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What I learned from reading Atomic Habits

Hey guys,

Last week I finally got round to reading Atomic Habits by James Clear, a worldwide megahit of a book with more than 3 million copies sold.

As an FYI, I read and summarize the best business books for my DIY MBA book club each Friday.


Although the book's main focus, obviously, is around building and sustaining habits, there's a lot that we, Indie Founders, can take away from it. Here are the things I have learned or found interesting:

Forget About Goals, Focus on Systems Instead

Why?

  1. Winners and losers have the same goals
  2. Achieving a goal is only a momentary change
  3. Goals restrict your happiness
  • You are constantly putting off happiness until the goal has been achieved.
  1. Goals are at odds with long-term progress.

Ultimately, it is your commitment to the process that determines your progress.

Become Yourself

  • Your identity emerges out of your habits. You are not born with preset beliefs.

  • The process of building your habits is actually the process of becoming yourself.

The process:

  1. Decide the type of person you want to be
  2. Prove it to yourself with small wins

Ultimately, habits matter because they help you become the type of person you want to be.

The Role Of Our Peers Into Forming Us

  • Whatever habits are the most normal in your culture are amongst the most attractive behaviors you'll find.

We imitate 3 groups of people:

  1. The Close
  2. The Many
  3. The Powerful
  • Nothing sustains motivation better than belonging to a tribe.

  • Whenever we are unsure how to act, we look to the group to guide us.

  • When changing your habits means fitting in with a crowd, change is very attractive.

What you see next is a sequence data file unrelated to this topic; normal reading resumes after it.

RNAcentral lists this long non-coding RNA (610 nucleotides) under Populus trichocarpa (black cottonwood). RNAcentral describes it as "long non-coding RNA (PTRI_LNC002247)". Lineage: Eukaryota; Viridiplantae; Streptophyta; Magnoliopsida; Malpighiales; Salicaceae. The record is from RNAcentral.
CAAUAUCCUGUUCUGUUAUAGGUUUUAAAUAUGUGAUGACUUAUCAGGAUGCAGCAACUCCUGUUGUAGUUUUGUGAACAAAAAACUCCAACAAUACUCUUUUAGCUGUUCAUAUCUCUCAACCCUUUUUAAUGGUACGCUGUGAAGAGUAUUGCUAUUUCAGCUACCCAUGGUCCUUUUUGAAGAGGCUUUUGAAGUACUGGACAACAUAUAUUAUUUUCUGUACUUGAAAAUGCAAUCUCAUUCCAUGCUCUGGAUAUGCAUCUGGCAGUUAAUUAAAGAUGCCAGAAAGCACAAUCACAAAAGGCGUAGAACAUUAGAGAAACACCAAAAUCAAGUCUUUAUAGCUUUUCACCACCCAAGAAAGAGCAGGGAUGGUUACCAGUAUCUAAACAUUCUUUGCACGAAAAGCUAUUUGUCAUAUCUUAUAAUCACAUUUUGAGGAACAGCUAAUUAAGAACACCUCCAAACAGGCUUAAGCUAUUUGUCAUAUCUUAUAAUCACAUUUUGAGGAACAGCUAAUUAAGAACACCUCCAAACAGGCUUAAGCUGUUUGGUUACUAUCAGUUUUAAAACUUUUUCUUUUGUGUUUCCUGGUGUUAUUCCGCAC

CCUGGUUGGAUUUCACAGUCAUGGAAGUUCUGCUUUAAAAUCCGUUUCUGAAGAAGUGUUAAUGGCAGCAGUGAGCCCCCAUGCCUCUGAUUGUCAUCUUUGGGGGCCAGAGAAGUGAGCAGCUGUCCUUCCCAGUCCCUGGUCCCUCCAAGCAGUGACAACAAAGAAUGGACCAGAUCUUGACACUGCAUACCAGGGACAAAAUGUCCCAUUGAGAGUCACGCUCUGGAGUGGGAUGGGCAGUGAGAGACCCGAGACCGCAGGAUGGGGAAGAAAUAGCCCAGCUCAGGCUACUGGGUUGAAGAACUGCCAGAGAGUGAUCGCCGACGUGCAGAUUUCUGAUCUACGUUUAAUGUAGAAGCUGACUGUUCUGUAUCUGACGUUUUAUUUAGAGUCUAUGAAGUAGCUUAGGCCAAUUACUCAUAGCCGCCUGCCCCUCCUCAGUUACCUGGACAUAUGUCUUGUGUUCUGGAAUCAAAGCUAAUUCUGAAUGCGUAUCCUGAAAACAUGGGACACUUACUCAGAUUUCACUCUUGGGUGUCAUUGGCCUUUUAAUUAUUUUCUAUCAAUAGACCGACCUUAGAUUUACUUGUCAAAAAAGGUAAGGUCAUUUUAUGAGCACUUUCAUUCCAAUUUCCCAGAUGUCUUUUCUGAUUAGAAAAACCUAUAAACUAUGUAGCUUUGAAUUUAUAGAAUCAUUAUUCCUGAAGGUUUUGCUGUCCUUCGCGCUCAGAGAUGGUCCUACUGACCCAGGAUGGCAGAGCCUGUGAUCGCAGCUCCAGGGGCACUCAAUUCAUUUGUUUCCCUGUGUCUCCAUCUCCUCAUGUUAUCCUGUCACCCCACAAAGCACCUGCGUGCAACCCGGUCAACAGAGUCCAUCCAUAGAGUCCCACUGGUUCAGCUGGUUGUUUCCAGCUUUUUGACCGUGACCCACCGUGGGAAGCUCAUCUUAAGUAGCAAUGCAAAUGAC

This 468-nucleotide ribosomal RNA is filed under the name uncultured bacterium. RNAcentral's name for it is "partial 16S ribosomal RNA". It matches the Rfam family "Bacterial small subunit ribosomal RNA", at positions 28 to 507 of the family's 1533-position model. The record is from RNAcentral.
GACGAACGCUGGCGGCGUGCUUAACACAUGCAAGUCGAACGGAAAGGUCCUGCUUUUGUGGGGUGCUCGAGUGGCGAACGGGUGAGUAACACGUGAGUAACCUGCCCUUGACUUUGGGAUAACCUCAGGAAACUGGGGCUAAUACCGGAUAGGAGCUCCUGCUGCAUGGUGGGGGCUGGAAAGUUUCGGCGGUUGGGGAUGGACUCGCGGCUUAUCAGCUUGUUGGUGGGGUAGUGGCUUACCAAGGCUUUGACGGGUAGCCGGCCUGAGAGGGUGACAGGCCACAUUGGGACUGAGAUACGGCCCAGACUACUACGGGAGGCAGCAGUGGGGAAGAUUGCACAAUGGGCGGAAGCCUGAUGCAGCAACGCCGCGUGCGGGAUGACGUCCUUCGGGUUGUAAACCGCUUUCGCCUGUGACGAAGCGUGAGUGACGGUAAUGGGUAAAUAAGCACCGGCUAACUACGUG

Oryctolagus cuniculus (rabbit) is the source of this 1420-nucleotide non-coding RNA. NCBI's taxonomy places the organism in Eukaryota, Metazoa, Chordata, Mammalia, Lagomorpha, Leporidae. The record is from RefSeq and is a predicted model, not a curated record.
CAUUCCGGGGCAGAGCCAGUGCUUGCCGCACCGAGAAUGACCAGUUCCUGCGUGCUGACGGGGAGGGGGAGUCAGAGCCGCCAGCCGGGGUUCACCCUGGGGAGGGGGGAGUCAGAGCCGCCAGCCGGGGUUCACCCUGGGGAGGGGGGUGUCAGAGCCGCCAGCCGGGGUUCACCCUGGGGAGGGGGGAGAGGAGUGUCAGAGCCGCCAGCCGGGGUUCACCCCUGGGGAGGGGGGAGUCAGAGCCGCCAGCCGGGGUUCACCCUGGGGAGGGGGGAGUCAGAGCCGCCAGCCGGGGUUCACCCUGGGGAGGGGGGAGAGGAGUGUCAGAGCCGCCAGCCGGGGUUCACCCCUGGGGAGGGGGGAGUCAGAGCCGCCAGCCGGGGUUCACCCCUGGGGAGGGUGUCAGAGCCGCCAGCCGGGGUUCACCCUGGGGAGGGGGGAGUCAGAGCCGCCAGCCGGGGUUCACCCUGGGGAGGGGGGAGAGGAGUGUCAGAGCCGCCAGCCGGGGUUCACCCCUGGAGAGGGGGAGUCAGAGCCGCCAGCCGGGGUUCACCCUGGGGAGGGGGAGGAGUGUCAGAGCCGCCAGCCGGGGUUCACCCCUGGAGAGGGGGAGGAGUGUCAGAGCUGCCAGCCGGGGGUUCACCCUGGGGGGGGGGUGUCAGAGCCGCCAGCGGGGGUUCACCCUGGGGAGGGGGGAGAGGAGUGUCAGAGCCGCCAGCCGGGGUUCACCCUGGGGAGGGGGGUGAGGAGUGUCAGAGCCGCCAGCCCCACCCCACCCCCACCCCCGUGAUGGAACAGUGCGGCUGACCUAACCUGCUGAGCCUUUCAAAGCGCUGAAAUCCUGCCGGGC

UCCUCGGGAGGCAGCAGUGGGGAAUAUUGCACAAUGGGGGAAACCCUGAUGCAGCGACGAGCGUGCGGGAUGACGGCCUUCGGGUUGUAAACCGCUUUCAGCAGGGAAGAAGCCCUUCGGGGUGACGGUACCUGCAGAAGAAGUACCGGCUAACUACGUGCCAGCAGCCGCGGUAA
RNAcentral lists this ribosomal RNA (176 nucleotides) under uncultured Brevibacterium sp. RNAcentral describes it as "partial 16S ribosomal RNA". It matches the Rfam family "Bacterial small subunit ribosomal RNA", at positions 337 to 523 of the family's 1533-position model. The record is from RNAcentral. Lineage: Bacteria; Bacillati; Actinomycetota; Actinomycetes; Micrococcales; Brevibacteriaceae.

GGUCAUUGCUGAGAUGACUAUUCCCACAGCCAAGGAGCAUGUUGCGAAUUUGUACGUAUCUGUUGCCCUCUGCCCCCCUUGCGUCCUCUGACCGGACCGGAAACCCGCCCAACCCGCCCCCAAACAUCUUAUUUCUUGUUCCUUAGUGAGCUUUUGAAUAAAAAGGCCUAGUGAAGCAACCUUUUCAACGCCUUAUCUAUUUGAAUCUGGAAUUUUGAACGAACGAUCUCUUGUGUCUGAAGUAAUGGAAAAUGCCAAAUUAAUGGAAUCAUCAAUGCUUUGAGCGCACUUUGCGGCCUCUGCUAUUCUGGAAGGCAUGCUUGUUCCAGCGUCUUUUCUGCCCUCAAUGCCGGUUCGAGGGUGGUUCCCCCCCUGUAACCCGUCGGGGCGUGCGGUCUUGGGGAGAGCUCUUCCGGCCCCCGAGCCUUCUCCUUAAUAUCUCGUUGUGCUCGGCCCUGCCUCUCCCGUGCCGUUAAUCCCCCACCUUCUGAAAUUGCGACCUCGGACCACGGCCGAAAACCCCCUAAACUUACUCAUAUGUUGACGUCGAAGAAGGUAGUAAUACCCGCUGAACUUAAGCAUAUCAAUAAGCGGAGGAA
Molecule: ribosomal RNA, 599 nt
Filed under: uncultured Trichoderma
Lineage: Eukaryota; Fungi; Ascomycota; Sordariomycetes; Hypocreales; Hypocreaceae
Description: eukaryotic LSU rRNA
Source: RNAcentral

• Humans everywhere pursue power, prestige, and status.

The culture we live in determines which behaviors are attractive to us.

Choose The Right Field of Competition

  • The secret to maximizing your odds of success is to choose the right field of competition.

  • Our habits are not solely determined by our personalities, but there is no doubt that our genes nudge us in certain directions.

In theory, you can enjoy almost anything. In practice, we enjoy things that come easy to us.

List of questions that can narrow in on what is satisfying to you:

  • What feels like fun to me, but work to others?
  • What makes me lose track of time?
  • Where do I get greater returns than the average person?
  • What comes naturally to me?

The genes do not eliminate the hard work. They clarify it.

Don't cling onto an identity

  • The harder we cling to identity the harder it is to grow beyond it.

  • The more you let a single belief define you, the less capable you are of adapting when new challenges arise.


Although I had thought a lot about these concepts, reading Atomic Habits was still quite eye-opening and reaffirming in multiple ways.

I definitely recommend the book.

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